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Ten Biggest NFL Offseason Player Questions to Monitor

As we move into the NFL offseason, there are several key free agency decisions. The decisions also move beyond free agency, as there is at least one notable quarterback who could be traded. Here are the ten biggest offseason movement questions to monitor as we move toward the start of free agency and the start of the new league calendar.

1. The Joe Flacco Contract. We know that Joe Flacco will be a Baltimore Raven next year. The question is, at what price? Baltimore can use the franchise player tag, which should help drive negotiations. Does Flacco really want to play under it next year if his demands are too exorbitant? His value is hot right now, and he is timing the market just right. Getting top five money isn’t always about being the top guy, it’s about hitting at the right time before others get theirs. The guess here? Not quite what Brees got last year, but somewhere in the 18-20 million range.

2. Branden Albert’s Negotiations with Kansas City, and What It Means for the First Overall Pick. Branden Albert is a free agent at left tackle in Kansas City. The team sits poised with the first overall pick when many are saying that Texas A&M Luke Joeckel is the top prospect. Signing Albert would not completely preclude Joeckel being the pick, but you would think Albert isn’t taking a discount to move positions, when he could sign elsewhere. If Kansas City does not pursue re-signing Albert heavily, it may be an indication of their intentions in April.

3. Chris Johnson Will Be Safe Once Saturday Comes. There were rumors, somewhat fueled by Johnson, that he could be released because $9 million of his salary next year becomes guaranteed if he is still on the roster. Ian Rapoport says he is safe. We should know by this weekend if the Titans determine that is too much to pay for Johnson at age 28, but the Tennessean now has coach Mike Munchak saying that cutting him was not an option.

4. Alex Smith Trade Talk. The biggest quarterback to change teams will be Alex Smith. There was talk off whether the 49ers would release him. Nonsense. He’s got too good a market in a perceived weak draft class. A decade ago, the Rams traded Trent Green to the Chiefs for the 12th overall pick, and Green had about a year and a half of starting experience. I think San Francisco will get the equivalent of a late first round pick for Smith, whether it is one or multiple picks moving to get there.

5. Avril Showers, Mai Flowers. Yes, that’s bad. I have to utilize taking French all those years somewhere. Cliff Avril has been wanting a long term deal with Detroit, and now hits free agency as the #1 pass rusher. I’m not sure his all-around game justifies how much someone will go. Michael Johnson and Michael Bennett are other defensive ends to look at. I doubt Paul Kruger of the Baltimore Ravens, who came on this year, is allowed to get to free agency with another team.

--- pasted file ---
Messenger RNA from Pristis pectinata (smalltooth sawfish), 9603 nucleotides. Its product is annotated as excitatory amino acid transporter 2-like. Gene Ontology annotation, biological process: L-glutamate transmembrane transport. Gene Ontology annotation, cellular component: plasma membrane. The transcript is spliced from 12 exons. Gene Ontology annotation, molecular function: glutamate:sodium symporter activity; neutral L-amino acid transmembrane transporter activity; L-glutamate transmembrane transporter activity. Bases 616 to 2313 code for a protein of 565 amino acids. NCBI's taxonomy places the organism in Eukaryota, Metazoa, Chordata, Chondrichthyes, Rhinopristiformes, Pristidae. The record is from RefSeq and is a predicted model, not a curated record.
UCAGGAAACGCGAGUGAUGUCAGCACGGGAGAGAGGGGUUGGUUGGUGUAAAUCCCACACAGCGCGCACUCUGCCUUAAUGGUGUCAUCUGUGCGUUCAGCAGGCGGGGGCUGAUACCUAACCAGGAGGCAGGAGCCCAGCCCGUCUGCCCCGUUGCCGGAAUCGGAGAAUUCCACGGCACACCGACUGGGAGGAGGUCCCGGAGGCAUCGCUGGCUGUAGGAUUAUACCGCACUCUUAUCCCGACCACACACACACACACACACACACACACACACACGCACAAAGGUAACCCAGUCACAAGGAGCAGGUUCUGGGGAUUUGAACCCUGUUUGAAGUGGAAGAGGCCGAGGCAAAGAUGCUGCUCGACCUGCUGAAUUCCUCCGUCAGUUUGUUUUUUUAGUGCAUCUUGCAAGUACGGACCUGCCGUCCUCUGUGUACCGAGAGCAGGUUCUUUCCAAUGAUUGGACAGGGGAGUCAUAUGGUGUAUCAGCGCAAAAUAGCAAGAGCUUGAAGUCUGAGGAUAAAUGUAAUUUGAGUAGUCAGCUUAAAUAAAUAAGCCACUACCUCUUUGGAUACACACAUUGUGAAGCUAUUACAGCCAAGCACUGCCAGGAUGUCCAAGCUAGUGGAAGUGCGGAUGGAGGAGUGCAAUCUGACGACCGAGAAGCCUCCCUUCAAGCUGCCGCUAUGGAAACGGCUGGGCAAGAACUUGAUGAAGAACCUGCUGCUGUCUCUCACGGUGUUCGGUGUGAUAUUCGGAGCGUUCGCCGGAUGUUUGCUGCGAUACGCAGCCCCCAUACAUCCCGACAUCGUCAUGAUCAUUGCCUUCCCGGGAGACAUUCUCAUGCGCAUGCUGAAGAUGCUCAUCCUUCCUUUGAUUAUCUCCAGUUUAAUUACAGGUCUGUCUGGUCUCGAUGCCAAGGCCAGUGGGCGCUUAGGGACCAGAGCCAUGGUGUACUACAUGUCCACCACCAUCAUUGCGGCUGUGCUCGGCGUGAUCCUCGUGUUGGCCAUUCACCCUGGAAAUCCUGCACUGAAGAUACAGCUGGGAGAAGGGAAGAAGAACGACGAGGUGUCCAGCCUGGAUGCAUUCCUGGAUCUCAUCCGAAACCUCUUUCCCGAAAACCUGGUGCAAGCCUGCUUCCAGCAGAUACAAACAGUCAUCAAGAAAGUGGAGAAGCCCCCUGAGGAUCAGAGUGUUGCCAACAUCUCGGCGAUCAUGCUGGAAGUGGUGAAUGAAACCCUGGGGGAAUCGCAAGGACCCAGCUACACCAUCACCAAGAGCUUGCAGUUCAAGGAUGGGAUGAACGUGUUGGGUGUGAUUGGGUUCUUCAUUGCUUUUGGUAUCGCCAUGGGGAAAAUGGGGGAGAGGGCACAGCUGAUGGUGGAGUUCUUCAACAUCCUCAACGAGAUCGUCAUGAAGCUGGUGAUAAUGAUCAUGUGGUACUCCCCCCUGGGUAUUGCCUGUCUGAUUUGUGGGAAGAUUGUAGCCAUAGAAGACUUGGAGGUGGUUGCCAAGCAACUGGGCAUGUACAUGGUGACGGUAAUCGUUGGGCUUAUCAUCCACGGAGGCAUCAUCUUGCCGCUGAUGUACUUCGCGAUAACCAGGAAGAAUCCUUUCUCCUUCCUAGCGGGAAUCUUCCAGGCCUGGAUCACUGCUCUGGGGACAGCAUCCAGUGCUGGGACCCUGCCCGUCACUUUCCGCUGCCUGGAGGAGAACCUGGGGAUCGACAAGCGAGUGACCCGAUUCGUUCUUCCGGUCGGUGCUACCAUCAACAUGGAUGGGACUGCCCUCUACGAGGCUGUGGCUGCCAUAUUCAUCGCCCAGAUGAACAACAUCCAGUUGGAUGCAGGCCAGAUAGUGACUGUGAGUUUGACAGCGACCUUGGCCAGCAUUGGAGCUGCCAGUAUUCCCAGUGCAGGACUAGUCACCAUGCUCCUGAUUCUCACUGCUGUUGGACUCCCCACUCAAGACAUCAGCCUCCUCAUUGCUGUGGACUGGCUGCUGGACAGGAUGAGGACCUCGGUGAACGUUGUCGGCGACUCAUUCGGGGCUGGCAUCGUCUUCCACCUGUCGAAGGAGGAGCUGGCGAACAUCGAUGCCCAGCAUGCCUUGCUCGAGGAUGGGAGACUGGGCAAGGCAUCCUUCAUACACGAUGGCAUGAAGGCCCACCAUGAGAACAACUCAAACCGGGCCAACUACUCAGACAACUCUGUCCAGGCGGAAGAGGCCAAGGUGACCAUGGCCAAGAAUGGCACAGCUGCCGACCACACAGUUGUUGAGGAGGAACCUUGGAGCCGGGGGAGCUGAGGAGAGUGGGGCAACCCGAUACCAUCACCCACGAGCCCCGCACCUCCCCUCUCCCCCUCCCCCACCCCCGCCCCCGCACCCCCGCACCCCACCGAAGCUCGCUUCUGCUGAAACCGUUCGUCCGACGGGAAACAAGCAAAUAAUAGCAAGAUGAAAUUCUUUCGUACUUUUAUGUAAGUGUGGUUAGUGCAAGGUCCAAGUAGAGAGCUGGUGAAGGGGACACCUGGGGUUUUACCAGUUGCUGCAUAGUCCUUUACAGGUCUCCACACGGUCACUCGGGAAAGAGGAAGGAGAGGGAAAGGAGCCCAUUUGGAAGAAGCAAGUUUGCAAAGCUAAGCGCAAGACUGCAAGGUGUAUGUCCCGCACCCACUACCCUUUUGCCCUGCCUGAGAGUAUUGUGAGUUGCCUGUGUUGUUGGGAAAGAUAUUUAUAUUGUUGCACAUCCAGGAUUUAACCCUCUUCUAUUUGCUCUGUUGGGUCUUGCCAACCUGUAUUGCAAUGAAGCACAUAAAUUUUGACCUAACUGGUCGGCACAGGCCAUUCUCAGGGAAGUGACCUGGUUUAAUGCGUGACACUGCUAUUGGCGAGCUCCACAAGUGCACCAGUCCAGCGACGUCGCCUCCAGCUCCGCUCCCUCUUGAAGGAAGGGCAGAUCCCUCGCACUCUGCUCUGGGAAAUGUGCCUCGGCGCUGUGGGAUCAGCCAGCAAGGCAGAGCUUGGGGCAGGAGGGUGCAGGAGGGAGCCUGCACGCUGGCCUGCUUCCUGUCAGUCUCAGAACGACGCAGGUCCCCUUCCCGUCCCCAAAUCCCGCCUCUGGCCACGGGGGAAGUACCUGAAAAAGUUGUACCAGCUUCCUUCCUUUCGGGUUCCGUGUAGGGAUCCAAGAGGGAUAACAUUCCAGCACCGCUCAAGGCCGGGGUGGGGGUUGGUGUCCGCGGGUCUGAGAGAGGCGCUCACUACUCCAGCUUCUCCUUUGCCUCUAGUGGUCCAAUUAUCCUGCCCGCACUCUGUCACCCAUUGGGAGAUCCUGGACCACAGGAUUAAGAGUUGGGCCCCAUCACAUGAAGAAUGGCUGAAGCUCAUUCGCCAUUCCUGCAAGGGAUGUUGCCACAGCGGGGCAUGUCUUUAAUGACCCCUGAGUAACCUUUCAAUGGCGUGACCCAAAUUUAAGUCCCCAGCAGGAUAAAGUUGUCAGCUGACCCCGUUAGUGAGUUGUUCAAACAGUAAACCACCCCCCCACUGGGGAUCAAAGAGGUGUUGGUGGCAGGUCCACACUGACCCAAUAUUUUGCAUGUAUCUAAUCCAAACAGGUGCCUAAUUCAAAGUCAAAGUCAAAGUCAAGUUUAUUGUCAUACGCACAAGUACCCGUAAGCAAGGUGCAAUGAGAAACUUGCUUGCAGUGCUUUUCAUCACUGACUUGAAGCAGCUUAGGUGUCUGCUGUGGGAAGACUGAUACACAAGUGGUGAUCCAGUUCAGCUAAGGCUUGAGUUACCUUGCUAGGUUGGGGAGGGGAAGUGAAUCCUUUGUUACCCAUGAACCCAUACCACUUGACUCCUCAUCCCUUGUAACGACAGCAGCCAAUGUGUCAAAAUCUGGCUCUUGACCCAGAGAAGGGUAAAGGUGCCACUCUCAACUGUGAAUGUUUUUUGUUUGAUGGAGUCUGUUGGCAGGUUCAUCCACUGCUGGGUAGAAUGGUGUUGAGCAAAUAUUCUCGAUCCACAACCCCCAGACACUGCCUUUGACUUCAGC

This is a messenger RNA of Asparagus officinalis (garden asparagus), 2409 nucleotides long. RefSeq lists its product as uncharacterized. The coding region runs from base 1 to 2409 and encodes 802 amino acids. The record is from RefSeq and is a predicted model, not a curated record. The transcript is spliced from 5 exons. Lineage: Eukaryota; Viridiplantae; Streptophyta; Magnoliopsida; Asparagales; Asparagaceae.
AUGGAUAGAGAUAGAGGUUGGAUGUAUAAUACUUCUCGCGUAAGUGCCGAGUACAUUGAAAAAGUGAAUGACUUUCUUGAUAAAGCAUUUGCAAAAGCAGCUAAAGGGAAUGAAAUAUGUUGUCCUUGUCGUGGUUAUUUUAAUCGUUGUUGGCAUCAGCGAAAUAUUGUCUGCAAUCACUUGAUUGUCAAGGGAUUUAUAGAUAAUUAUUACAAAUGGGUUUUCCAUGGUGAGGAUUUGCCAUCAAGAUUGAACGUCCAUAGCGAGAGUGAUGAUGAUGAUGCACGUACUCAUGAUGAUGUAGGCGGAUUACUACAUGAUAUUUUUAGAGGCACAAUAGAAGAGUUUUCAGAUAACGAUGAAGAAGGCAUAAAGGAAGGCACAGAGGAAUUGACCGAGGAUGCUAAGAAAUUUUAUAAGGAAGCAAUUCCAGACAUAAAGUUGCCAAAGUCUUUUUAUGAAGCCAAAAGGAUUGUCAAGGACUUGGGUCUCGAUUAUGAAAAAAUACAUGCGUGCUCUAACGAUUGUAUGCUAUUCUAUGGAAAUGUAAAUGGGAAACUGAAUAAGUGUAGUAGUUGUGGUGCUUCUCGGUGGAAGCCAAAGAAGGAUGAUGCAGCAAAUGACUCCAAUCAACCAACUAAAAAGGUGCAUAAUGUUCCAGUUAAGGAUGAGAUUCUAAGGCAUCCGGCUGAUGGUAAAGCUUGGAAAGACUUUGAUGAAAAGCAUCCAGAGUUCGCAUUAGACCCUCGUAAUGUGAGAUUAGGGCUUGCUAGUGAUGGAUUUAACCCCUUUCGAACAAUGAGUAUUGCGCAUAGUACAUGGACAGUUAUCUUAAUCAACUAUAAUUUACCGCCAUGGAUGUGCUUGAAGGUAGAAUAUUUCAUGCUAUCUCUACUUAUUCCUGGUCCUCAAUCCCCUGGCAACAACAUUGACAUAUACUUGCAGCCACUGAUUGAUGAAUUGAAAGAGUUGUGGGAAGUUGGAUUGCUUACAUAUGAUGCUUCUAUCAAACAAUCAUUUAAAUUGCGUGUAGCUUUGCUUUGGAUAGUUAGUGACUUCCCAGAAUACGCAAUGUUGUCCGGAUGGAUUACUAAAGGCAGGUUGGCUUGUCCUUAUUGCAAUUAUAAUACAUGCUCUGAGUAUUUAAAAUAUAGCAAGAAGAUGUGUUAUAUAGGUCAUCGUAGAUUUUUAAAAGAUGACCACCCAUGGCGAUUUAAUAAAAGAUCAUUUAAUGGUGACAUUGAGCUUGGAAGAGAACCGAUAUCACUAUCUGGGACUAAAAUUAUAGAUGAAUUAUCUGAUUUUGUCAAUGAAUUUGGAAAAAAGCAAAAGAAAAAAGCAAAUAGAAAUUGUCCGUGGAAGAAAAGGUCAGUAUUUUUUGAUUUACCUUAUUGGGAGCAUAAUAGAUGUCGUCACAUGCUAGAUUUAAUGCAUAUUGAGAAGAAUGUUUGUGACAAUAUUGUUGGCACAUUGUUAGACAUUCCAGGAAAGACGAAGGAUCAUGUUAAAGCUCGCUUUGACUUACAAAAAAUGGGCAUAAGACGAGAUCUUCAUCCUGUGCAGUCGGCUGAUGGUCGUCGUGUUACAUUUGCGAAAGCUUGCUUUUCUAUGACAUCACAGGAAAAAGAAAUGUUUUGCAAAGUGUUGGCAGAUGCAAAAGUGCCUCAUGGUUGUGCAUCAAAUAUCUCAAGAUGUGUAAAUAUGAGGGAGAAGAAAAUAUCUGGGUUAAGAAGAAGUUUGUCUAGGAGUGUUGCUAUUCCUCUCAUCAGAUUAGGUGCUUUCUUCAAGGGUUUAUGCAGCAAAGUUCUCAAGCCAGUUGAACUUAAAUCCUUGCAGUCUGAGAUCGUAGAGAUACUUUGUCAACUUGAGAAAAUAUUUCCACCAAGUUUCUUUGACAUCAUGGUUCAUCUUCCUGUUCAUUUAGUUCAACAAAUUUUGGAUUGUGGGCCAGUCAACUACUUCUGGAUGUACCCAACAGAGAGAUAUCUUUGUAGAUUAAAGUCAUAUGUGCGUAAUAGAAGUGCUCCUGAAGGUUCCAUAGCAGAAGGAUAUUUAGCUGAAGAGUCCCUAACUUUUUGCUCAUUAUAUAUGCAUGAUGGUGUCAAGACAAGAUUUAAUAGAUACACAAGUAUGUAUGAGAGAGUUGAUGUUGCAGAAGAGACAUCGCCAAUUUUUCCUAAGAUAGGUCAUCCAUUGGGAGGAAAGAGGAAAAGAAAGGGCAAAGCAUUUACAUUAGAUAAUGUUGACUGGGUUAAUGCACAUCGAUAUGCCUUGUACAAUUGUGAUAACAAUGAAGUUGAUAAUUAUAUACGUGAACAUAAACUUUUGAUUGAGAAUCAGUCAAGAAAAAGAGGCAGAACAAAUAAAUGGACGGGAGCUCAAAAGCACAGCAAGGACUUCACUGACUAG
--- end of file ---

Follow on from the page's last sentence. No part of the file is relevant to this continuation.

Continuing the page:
6. Lots of Offensive Tackles Potentially on the Market, in a Tackle Heavy Draft. Branden Albert isn’t the only offensive tackle. It’s a market where numerous starters could be available. Denver should re-sign Ryan Clady, but will Miami meet Jake Long’s price tag, particularly with his recent injuries. New England’s Sebastian Vollmer is in the next tier. Jermon Bushrod and Gosder Cherilus are also free agents.

7. How Will the Wide Receiver Hierarchy Break Out? Greg Jenning’s sister should be happy that her brother will probably get a better offer elsewhere, since the Packers are loaded at receiver. Dwayne Bowe should be a priority in Kansas City, where there are no other weapons in the passing game, but where his value has been sapped by dreadful quarterback play. Mike Wallace is ready to get paid and will probably leave Pittsburgh.

Meanwhile, Wes Welker is a free agent, but the worst kept secret is that the Patriots could instead try to bring in the younger Danny Amendola to fill that role, who has been productive on the occasions he is healthy.

8. Will Steven Jackson and Reggie Bush Find a Market? Steven Jackson has a player option and could be available at age 30. We’ve seen the market for running backs dry up around this time, though all it takes is one team. Reggie Bush had some highlight runs but fell out of favor as the season progressed in Miami. Will a team get creative and carve out a role at age 28 for Bush where he plays more slot receiver and hybrid movable piece, like Atlanta did with Eric Metcalf in 1995, when he had 104 catches in the run-n-shoot offense?

9. Safeties in Numbers. Ed Reed is the big name, but is 35 years old. Several younger safeties could draw interest. Jairus Byrd has 18 interceptions in four years in Buffalo, William Moore has been a key member of Atlanta’s defense, and Louis Delmas is a free agent in Detroit. Glover Quin made the switch to safety two years ago, and has taken to it in Houston’s defense, and you would think they would try to retain him. In addition, Laron Landry and his massive arms are out there as well.

10. Big Names, But Will Teams Overpay for Them? In addition to Ed Reed, the market is full of 30+ star players on the downside, but who might still tempt teams. Wes Welker is certainly still productive. At defensive end, both Osi Umenyiora and Dwight Freeney are looking for one more contract.

[photo via USA Today Sports Images]

 

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